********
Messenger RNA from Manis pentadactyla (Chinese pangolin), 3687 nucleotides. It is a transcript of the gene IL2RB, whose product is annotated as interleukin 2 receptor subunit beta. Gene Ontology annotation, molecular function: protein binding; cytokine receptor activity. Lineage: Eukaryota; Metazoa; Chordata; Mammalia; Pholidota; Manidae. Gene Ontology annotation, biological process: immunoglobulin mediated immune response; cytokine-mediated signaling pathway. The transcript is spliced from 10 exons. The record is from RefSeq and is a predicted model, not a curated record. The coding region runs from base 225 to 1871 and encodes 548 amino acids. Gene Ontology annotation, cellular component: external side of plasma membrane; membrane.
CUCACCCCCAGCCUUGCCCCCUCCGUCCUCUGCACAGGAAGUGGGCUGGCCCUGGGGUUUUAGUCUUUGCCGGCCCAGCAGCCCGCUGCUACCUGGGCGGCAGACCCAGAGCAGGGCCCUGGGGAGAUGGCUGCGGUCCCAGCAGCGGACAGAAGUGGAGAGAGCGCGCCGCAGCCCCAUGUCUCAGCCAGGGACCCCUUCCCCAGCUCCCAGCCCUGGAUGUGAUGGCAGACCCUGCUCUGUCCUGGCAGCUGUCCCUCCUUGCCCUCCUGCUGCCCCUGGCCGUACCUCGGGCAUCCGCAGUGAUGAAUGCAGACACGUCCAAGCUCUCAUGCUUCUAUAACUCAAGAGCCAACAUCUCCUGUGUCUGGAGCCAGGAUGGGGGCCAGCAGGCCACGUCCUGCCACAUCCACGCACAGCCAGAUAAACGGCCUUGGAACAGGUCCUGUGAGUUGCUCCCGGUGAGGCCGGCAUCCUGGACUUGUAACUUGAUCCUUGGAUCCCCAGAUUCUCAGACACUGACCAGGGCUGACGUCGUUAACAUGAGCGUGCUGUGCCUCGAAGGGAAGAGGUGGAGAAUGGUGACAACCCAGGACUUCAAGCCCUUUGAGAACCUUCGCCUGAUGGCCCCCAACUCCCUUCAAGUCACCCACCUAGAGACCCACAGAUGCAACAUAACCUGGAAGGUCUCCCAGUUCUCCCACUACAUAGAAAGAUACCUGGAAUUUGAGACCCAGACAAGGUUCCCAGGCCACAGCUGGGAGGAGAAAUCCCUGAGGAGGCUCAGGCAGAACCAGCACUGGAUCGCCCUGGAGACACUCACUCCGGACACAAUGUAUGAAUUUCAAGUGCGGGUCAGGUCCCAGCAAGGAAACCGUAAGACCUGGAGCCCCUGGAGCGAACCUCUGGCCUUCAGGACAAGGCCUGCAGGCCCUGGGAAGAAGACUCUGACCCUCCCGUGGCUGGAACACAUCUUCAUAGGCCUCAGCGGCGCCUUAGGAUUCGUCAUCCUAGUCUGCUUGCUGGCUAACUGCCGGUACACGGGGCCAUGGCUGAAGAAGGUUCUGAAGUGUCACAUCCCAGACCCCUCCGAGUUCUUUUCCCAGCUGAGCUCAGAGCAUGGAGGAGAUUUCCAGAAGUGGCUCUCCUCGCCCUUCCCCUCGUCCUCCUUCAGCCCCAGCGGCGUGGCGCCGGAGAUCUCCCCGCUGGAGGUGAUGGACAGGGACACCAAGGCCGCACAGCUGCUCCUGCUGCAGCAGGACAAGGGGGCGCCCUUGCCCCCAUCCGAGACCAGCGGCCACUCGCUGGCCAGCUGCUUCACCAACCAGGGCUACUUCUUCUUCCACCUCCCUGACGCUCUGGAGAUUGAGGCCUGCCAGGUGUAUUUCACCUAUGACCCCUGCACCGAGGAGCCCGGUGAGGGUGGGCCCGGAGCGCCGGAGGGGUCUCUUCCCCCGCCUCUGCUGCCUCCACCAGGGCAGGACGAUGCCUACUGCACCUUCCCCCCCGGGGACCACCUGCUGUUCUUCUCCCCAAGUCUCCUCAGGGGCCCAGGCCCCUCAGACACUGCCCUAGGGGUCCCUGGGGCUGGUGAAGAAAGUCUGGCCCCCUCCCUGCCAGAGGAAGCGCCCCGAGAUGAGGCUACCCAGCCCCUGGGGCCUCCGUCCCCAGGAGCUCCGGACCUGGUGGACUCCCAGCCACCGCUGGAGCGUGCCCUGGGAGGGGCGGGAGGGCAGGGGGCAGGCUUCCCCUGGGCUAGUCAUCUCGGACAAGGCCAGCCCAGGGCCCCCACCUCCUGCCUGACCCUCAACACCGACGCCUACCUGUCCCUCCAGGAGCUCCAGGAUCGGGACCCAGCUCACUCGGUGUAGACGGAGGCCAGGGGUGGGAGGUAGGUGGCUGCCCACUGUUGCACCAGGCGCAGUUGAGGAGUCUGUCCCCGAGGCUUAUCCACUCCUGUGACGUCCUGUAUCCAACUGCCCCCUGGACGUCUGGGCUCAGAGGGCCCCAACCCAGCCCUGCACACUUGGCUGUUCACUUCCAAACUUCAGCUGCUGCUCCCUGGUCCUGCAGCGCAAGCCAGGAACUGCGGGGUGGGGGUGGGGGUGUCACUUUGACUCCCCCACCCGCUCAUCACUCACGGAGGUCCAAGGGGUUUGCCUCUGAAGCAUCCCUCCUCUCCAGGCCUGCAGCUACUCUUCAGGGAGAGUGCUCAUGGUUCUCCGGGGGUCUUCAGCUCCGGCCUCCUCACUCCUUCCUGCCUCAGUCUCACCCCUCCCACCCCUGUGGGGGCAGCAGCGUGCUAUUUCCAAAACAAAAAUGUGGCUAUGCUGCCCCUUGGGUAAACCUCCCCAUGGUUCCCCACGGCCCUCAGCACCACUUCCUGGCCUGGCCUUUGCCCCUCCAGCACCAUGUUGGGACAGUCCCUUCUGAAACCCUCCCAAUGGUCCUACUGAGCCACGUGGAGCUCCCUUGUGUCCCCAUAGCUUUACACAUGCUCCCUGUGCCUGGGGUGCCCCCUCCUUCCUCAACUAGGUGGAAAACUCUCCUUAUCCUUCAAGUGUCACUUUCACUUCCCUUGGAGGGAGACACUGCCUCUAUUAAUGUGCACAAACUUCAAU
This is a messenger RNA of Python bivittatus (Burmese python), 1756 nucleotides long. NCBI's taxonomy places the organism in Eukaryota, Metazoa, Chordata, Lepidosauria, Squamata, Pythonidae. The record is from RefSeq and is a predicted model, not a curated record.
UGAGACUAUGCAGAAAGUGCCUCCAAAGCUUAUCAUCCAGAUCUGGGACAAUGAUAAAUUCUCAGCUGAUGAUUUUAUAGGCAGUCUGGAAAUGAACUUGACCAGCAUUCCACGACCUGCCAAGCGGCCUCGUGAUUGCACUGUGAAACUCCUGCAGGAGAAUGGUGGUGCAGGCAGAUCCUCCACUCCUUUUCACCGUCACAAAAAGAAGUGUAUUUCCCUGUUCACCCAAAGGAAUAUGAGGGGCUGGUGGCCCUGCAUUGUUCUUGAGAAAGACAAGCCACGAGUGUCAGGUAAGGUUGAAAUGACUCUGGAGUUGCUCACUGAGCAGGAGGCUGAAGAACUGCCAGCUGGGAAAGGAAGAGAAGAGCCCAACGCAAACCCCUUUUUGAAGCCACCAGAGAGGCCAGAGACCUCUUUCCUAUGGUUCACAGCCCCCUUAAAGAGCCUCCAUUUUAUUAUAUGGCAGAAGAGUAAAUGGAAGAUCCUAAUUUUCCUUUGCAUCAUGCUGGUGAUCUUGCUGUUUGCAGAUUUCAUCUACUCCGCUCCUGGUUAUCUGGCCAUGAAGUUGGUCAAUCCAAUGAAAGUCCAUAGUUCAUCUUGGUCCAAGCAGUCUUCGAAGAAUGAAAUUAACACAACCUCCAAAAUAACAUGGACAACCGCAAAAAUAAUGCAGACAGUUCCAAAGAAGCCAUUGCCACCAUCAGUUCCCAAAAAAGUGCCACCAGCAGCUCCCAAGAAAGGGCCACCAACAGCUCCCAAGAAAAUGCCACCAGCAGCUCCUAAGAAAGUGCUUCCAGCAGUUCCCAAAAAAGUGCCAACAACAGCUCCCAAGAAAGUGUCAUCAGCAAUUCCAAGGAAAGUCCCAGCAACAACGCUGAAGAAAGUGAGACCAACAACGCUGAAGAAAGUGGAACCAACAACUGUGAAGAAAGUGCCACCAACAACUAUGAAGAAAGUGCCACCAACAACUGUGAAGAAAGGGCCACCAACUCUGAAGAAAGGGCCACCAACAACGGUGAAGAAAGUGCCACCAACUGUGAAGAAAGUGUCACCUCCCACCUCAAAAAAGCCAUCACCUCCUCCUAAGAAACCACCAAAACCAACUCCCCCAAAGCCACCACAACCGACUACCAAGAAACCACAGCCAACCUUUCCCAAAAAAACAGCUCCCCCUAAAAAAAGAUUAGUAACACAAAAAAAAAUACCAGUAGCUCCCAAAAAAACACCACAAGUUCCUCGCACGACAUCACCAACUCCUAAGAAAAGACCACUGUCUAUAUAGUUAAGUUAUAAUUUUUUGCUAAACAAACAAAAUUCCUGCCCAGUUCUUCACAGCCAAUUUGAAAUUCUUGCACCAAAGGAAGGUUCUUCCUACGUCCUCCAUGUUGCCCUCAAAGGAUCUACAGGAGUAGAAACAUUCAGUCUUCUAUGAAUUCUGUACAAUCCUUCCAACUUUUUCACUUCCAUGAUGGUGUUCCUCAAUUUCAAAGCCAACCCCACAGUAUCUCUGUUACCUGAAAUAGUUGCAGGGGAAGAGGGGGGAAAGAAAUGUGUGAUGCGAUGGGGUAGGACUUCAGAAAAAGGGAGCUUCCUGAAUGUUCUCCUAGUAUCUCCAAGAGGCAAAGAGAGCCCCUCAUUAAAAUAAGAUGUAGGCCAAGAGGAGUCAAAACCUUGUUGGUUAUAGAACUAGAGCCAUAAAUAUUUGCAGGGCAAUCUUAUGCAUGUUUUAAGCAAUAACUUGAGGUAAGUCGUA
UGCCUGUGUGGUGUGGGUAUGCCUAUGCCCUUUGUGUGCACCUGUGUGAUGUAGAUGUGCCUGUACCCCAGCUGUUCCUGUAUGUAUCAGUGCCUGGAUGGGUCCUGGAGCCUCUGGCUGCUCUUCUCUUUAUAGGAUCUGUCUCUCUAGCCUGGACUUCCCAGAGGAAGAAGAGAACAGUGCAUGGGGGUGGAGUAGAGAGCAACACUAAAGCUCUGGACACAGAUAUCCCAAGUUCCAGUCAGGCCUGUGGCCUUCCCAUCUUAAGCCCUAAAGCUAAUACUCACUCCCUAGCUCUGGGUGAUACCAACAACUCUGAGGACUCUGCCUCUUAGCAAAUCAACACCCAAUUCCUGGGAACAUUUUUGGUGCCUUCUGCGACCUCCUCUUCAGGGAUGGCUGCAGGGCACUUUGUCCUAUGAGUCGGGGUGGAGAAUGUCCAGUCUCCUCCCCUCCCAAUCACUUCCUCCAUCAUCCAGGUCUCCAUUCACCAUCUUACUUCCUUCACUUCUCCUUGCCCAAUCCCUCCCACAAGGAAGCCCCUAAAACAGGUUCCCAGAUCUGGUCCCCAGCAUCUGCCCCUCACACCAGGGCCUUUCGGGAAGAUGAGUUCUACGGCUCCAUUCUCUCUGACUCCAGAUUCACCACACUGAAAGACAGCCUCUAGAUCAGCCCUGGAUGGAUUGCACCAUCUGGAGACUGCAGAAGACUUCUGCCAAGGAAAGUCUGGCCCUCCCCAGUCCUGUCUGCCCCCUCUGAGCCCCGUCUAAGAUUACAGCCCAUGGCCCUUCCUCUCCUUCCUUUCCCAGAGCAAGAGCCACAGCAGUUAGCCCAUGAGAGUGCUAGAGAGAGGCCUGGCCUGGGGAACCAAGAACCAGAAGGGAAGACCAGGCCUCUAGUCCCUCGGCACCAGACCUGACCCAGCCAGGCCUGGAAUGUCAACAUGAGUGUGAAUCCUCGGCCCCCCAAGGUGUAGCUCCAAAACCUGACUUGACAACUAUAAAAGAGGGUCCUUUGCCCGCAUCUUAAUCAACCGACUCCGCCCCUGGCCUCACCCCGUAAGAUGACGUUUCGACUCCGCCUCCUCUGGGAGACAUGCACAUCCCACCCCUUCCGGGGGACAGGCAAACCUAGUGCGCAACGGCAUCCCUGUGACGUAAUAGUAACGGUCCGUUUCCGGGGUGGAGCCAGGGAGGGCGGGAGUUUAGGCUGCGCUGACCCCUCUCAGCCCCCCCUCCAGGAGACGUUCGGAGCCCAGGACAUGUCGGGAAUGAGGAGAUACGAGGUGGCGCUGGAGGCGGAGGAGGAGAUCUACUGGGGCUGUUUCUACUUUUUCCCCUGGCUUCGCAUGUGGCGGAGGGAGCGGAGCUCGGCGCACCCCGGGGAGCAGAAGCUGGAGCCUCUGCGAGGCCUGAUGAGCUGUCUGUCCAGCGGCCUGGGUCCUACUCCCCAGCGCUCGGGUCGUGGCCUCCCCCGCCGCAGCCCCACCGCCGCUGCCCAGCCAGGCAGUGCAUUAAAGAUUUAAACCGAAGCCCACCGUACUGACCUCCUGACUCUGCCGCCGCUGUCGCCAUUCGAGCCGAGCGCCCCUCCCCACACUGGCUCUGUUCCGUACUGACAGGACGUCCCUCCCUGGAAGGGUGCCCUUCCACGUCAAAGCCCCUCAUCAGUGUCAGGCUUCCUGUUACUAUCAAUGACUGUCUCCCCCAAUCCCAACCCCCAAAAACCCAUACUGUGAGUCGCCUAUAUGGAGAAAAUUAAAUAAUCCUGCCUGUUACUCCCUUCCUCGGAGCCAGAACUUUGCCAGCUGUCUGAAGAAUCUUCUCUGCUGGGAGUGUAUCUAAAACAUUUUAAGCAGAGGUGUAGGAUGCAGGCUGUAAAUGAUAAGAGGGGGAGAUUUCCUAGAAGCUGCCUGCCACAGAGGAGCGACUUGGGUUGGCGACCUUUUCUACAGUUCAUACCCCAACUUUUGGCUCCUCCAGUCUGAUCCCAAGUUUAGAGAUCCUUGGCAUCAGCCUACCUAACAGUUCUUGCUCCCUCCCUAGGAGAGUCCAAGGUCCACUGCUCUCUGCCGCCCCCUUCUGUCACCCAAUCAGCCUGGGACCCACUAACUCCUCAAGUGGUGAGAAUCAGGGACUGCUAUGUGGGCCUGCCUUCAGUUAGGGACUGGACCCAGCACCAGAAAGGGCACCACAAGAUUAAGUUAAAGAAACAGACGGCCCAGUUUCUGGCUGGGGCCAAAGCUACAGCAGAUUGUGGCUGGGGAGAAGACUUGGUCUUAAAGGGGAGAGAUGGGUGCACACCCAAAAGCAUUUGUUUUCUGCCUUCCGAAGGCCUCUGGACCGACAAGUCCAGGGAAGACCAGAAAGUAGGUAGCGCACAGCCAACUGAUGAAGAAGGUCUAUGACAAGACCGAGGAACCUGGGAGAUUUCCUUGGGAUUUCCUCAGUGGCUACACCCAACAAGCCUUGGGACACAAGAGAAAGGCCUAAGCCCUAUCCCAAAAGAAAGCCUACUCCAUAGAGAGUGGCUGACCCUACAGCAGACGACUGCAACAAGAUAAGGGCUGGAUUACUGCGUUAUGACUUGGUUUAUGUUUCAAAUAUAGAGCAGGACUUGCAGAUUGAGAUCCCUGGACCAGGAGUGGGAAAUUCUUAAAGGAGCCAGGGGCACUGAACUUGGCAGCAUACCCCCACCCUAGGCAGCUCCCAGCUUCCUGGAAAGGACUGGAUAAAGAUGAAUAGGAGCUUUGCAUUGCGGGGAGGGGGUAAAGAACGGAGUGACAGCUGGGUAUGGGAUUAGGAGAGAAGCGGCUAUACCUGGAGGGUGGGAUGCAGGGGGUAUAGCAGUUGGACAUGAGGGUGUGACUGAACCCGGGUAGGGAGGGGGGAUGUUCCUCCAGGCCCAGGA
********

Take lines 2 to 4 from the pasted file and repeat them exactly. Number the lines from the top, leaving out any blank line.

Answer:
CUCACCCCCAGCCUUGCCCCCUCCGUCCUCUGCACAGGAAGUGGGCUGGCCCUGGGGUUUUAGUCUUUGCCGGCCCAGCAGCCCGCUGCUACCUGGGCGGCAGACCCAGAGCAGGGCCCUGGGGAGAUGGCUGCGGUCCCAGCAGCGGACAGAAGUGGAGAGAGCGCGCCGCAGCCCCAUGUCUCAGCCAGGGACCCCUUCCCCAGCUCCCAGCCCUGGAUGUGAUGGCAGACCCUGCUCUGUCCUGGCAGCUGUCCCUCCUUGCCCUCCUGCUGCCCCUGGCCGUACCUCGGGCAUCCGCAGUGAUGAAUGCAGACACGUCCAAGCUCUCAUGCUUCUAUAACUCAAGAGCCAACAUCUCCUGUGUCUGGAGCCAGGAUGGGGGCCAGCAGGCCACGUCCUGCCACAUCCACGCACAGCCAGAUAAACGGCCUUGGAACAGGUCCUGUGAGUUGCUCCCGGUGAGGCCGGCAUCCUGGACUUGUAACUUGAUCCUUGGAUCCCCAGAUUCUCAGACACUGACCAGGGCUGACGUCGUUAACAUGAGCGUGCUGUGCCUCGAAGGGAAGAGGUGGAGAAUGGUGACAACCCAGGACUUCAAGCCCUUUGAGAACCUUCGCCUGAUGGCCCCCAACUCCCUUCAAGUCACCCACCUAGAGACCCACAGAUGCAACAUAACCUGGAAGGUCUCCCAGUUCUCCCACUACAUAGAAAGAUACCUGGAAUUUGAGACCCAGACAAGGUUCCCAGGCCACAGCUGGGAGGAGAAAUCCCUGAGGAGGCUCAGGCAGAACCAGCACUGGAUCGCCCUGGAGACACUCACUCCGGACACAAUGUAUGAAUUUCAAGUGCGGGUCAGGUCCCAGCAAGGAAACCGUAAGACCUGGAGCCCCUGGAGCGAACCUCUGGCCUUCAGGACAAGGCCUGCAGGCCCUGGGAAGAAGACUCUGACCCUCCCGUGGCUGGAACACAUCUUCAUAGGCCUCAGCGGCGCCUUAGGAUUCGUCAUCCUAGUCUGCUUGCUGGCUAACUGCCGGUACACGGGGCCAUGGCUGAAGAAGGUUCUGAAGUGUCACAUCCCAGACCCCUCCGAGUUCUUUUCCCAGCUGAGCUCAGAGCAUGGAGGAGAUUUCCAGAAGUGGCUCUCCUCGCCCUUCCCCUCGUCCUCCUUCAGCCCCAGCGGCGUGGCGCCGGAGAUCUCCCCGCUGGAGGUGAUGGACAGGGACACCAAGGCCGCACAGCUGCUCCUGCUGCAGCAGGACAAGGGGGCGCCCUUGCCCCCAUCCGAGACCAGCGGCCACUCGCUGGCCAGCUGCUUCACCAACCAGGGCUACUUCUUCUUCCACCUCCCUGACGCUCUGGAGAUUGAGGCCUGCCAGGUGUAUUUCACCUAUGACCCCUGCACCGAGGAGCCCGGUGAGGGUGGGCCCGGAGCGCCGGAGGGGUCUCUUCCCCCGCCUCUGCUGCCUCCACCAGGGCAGGACGAUGCCUACUGCACCUUCCCCCCCGGGGACCACCUGCUGUUCUUCUCCCCAAGUCUCCUCAGGGGCCCAGGCCCCUCAGACACUGCCCUAGGGGUCCCUGGGGCUGGUGAAGAAAGUCUGGCCCCCUCCCUGCCAGAGGAAGCGCCCCGAGAUGAGGCUACCCAGCCCCUGGGGCCUCCGUCCCCAGGAGCUCCGGACCUGGUGGACUCCCAGCCACCGCUGGAGCGUGCCCUGGGAGGGGCGGGAGGGCAGGGGGCAGGCUUCCCCUGGGCUAGUCAUCUCGGACAAGGCCAGCCCAGGGCCCCCACCUCCUGCCUGACCCUCAACACCGACGCCUACCUGUCCCUCCAGGAGCUCCAGGAUCGGGACCCAGCUCACUCGGUGUAGACGGAGGCCAGGGGUGGGAGGUAGGUGGCUGCCCACUGUUGCACCAGGCGCAGUUGAGGAGUCUGUCCCCGAGGCUUAUCCACUCCUGUGACGUCCUGUAUCCAACUGCCCCCUGGACGUCUGGGCUCAGAGGGCCCCAACCCAGCCCUGCACACUUGGCUGUUCACUUCCAAACUUCAGCUGCUGCUCCCUGGUCCUGCAGCGCAAGCCAGGAACUGCGGGGUGGGGGUGGGGGUGUCACUUUGACUCCCCCACCCGCUCAUCACUCACGGAGGUCCAAGGGGUUUGCCUCUGAAGCAUCCCUCCUCUCCAGGCCUGCAGCUACUCUUCAGGGAGAGUGCUCAUGGUUCUCCGGGGGUCUUCAGCUCCGGCCUCCUCACUCCUUCCUGCCUCAGUCUCACCCCUCCCACCCCUGUGGGGGCAGCAGCGUGCUAUUUCCAAAACAAAAAUGUGGCUAUGCUGCCCCUUGGGUAAACCUCCCCAUGGUUCCCCACGGCCCUCAGCACCACUUCCUGGCCUGGCCUUUGCCCCUCCAGCACCAUGUUGGGACAGUCCCUUCUGAAACCCUCCCAAUGGUCCUACUGAGCCACGUGGAGCUCCCUUGUGUCCCCAUAGCUUUACACAUGCUCCCUGUGCCUGGGGUGCCCCCUCCUUCCUCAACUAGGUGGAAAACUCUCCUUAUCCUUCAAGUGUCACUUUCACUUCCCUUGGAGGGAGACACUGCCUCUAUUAAUGUGCACAAACUUCAAU
This is a messenger RNA of Python bivittatus (Burmese python), 1756 nucleotides long. NCBI's taxonomy places the organism in Eukaryota, Metazoa, Chordata, Lepidosauria, Squamata, Pythonidae. The record is from RefSeq and is a predicted model, not a curated record.
UGAGACUAUGCAGAAAGUGCCUCCAAAGCUUAUCAUCCAGAUCUGGGACAAUGAUAAAUUCUCAGCUGAUGAUUUUAUAGGCAGUCUGGAAAUGAACUUGACCAGCAUUCCACGACCUGCCAAGCGGCCUCGUGAUUGCACUGUGAAACUCCUGCAGGAGAAUGGUGGUGCAGGCAGAUCCUCCACUCCUUUUCACCGUCACAAAAAGAAGUGUAUUUCCCUGUUCACCCAAAGGAAUAUGAGGGGCUGGUGGCCCUGCAUUGUUCUUGAGAAAGACAAGCCACGAGUGUCAGGUAAGGUUGAAAUGACUCUGGAGUUGCUCACUGAGCAGGAGGCUGAAGAACUGCCAGCUGGGAAAGGAAGAGAAGAGCCCAACGCAAACCCCUUUUUGAAGCCACCAGAGAGGCCAGAGACCUCUUUCCUAUGGUUCACAGCCCCCUUAAAGAGCCUCCAUUUUAUUAUAUGGCAGAAGAGUAAAUGGAAGAUCCUAAUUUUCCUUUGCAUCAUGCUGGUGAUCUUGCUGUUUGCAGAUUUCAUCUACUCCGCUCCUGGUUAUCUGGCCAUGAAGUUGGUCAAUCCAAUGAAAGUCCAUAGUUCAUCUUGGUCCAAGCAGUCUUCGAAGAAUGAAAUUAACACAACCUCCAAAAUAACAUGGACAACCGCAAAAAUAAUGCAGACAGUUCCAAAGAAGCCAUUGCCACCAUCAGUUCCCAAAAAAGUGCCACCAGCAGCUCCCAAGAAAGGGCCACCAACAGCUCCCAAGAAAAUGCCACCAGCAGCUCCUAAGAAAGUGCUUCCAGCAGUUCCCAAAAAAGUGCCAACAACAGCUCCCAAGAAAGUGUCAUCAGCAAUUCCAAGGAAAGUCCCAGCAACAACGCUGAAGAAAGUGAGACCAACAACGCUGAAGAAAGUGGAACCAACAACUGUGAAGAAAGUGCCACCAACAACUAUGAAGAAAGUGCCACCAACAACUGUGAAGAAAGGGCCACCAACUCUGAAGAAAGGGCCACCAACAACGGUGAAGAAAGUGCCACCAACUGUGAAGAAAGUGUCACCUCCCACCUCAAAAAAGCCAUCACCUCCUCCUAAGAAACCACCAAAACCAACUCCCCCAAAGCCACCACAACCGACUACCAAGAAACCACAGCCAACCUUUCCCAAAAAAACAGCUCCCCCUAAAAAAAGAUUAGUAACACAAAAAAAAAUACCAGUAGCUCCCAAAAAAACACCACAAGUUCCUCGCACGACAUCACCAACUCCUAAGAAAAGACCACUGUCUAUAUAGUUAAGUUAUAAUUUUUUGCUAAACAAACAAAAUUCCUGCCCAGUUCUUCACAGCCAAUUUGAAAUUCUUGCACCAAAGGAAGGUUCUUCCUACGUCCUCCAUGUUGCCCUCAAAGGAUCUACAGGAGUAGAAACAUUCAGUCUUCUAUGAAUUCUGUACAAUCCUUCCAACUUUUUCACUUCCAUGAUGGUGUUCCUCAAUUUCAAAGCCAACCCCACAGUAUCUCUGUUACCUGAAAUAGUUGCAGGGGAAGAGGGGGGAAAGAAAUGUGUGAUGCGAUGGGGUAGGACUUCAGAAAAAGGGAGCUUCCUGAAUGUUCUCCUAGUAUCUCCAAGAGGCAAAGAGAGCCCCUCAUUAAAAUAAGAUGUAGGCCAAGAGGAGUCAAAACCUUGUUGGUUAUAGAACUAGAGCCAUAAAUAUUUGCAGGGCAAUCUUAUGCAUGUUUUAAGCAAUAACUUGAGGUAAGUCGUA